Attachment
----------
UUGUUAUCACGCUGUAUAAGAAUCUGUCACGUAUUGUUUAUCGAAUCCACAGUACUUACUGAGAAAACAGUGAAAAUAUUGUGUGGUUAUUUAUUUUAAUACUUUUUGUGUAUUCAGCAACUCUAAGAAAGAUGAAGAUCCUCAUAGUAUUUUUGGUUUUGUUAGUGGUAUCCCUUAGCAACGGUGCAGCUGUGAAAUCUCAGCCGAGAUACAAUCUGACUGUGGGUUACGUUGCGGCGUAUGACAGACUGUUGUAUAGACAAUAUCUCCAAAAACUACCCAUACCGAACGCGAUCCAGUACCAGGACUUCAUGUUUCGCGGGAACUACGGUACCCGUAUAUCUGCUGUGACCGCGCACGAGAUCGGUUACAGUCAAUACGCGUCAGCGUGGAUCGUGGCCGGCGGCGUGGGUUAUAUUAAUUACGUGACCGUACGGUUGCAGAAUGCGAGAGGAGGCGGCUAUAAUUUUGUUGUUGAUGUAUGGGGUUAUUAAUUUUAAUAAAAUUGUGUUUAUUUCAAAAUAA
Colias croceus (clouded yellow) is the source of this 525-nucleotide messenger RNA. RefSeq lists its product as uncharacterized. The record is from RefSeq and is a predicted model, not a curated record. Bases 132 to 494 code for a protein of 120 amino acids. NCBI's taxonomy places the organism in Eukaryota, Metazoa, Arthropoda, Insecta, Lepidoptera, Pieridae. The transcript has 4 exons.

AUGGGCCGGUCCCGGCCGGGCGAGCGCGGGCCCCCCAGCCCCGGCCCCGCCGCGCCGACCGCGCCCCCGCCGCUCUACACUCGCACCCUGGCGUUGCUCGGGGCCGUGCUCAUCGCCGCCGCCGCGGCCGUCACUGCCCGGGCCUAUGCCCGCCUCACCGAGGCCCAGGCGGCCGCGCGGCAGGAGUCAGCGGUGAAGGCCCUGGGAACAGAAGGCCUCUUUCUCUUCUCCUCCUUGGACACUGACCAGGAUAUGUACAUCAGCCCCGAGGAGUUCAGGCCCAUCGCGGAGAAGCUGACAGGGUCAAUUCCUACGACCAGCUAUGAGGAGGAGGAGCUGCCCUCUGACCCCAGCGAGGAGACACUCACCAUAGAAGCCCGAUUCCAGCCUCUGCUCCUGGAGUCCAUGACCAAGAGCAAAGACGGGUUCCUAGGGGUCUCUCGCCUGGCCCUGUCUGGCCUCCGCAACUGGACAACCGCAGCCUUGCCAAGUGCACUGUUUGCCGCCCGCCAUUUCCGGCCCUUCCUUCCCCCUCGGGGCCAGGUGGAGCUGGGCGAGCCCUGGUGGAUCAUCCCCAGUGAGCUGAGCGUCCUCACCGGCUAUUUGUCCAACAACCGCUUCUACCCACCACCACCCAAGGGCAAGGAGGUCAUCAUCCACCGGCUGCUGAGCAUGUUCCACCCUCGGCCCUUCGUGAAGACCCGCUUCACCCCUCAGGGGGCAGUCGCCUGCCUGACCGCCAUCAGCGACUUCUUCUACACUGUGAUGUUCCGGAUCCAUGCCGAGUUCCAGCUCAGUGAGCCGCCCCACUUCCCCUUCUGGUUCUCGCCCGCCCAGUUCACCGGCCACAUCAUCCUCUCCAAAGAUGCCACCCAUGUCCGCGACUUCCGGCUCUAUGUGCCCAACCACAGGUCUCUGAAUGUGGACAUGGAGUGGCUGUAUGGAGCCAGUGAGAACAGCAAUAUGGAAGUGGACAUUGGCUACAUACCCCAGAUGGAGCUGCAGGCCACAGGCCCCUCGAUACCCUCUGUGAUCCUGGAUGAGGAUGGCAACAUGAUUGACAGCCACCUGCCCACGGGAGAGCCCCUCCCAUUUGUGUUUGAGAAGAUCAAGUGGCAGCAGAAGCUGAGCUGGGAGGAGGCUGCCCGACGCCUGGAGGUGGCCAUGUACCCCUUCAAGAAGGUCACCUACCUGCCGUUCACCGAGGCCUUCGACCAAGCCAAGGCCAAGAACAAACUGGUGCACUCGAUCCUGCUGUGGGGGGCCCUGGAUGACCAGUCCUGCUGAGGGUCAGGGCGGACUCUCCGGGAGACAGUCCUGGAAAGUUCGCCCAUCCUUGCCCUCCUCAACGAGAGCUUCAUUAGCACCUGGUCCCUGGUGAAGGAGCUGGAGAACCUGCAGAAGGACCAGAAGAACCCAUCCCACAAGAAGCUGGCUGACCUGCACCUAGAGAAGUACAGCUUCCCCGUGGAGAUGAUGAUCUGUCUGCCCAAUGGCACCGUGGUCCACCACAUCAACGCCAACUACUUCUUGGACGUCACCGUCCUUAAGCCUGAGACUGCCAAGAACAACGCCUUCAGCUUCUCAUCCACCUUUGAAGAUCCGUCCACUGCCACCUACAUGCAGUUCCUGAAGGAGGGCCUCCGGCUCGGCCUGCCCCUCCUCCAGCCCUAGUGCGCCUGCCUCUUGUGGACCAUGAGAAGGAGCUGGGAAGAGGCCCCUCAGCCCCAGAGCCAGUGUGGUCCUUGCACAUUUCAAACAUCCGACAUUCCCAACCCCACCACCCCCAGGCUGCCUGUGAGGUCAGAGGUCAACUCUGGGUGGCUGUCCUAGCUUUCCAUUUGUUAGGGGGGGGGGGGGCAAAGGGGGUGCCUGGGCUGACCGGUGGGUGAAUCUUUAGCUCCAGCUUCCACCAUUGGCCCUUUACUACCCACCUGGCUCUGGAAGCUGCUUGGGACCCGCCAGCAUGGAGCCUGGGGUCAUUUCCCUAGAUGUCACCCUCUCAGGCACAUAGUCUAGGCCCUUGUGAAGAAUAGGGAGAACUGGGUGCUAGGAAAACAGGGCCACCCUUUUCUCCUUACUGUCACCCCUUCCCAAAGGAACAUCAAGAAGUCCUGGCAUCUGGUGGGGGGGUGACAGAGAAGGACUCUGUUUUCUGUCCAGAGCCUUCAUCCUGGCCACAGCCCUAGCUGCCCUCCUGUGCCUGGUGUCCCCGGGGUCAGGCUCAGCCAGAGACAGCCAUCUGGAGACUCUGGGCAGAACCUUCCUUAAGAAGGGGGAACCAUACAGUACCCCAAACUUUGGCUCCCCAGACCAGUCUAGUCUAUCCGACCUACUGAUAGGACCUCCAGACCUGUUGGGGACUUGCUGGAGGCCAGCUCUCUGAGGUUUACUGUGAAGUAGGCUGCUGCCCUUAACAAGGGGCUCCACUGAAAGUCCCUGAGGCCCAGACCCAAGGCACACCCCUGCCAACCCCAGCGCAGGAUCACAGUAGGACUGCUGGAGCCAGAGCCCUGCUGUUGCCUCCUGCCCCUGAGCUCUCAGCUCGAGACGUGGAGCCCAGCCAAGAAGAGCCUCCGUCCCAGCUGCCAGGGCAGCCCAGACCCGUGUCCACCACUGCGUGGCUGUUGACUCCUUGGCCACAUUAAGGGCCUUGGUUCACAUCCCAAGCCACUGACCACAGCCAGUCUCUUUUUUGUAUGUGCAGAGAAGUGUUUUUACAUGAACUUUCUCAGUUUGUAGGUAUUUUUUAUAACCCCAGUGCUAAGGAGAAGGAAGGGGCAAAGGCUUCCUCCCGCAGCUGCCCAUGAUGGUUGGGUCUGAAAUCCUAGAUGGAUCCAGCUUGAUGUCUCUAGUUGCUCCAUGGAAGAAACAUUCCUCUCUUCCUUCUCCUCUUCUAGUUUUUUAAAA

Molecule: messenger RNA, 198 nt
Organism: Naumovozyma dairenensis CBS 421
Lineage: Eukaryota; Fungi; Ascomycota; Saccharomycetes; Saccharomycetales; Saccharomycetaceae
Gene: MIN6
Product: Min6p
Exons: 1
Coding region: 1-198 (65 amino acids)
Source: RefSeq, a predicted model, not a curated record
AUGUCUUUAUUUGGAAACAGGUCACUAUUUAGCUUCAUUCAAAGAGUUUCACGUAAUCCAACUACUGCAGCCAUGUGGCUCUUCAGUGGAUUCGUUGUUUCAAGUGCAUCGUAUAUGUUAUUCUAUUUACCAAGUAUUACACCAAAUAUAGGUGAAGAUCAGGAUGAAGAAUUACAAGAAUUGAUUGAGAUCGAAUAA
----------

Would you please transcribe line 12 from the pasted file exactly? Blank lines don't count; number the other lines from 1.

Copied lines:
AUGUCUUUAUUUGGAAACAGGUCACUAUUUAGCUUCAUUCAAAGAGUUUCACGUAAUCCAACUACUGCAGCCAUGUGGCUCUUCAGUGGAUUCGUUGUUUCAAGUGCAUCGUAUAUGUUAUUCUAUUUACCAAGUAUUACACCAAAUAUAGGUGAAGAUCAGGAUGAAGAAUUACAAGAAUUGAUUGAGAUCGAAUAA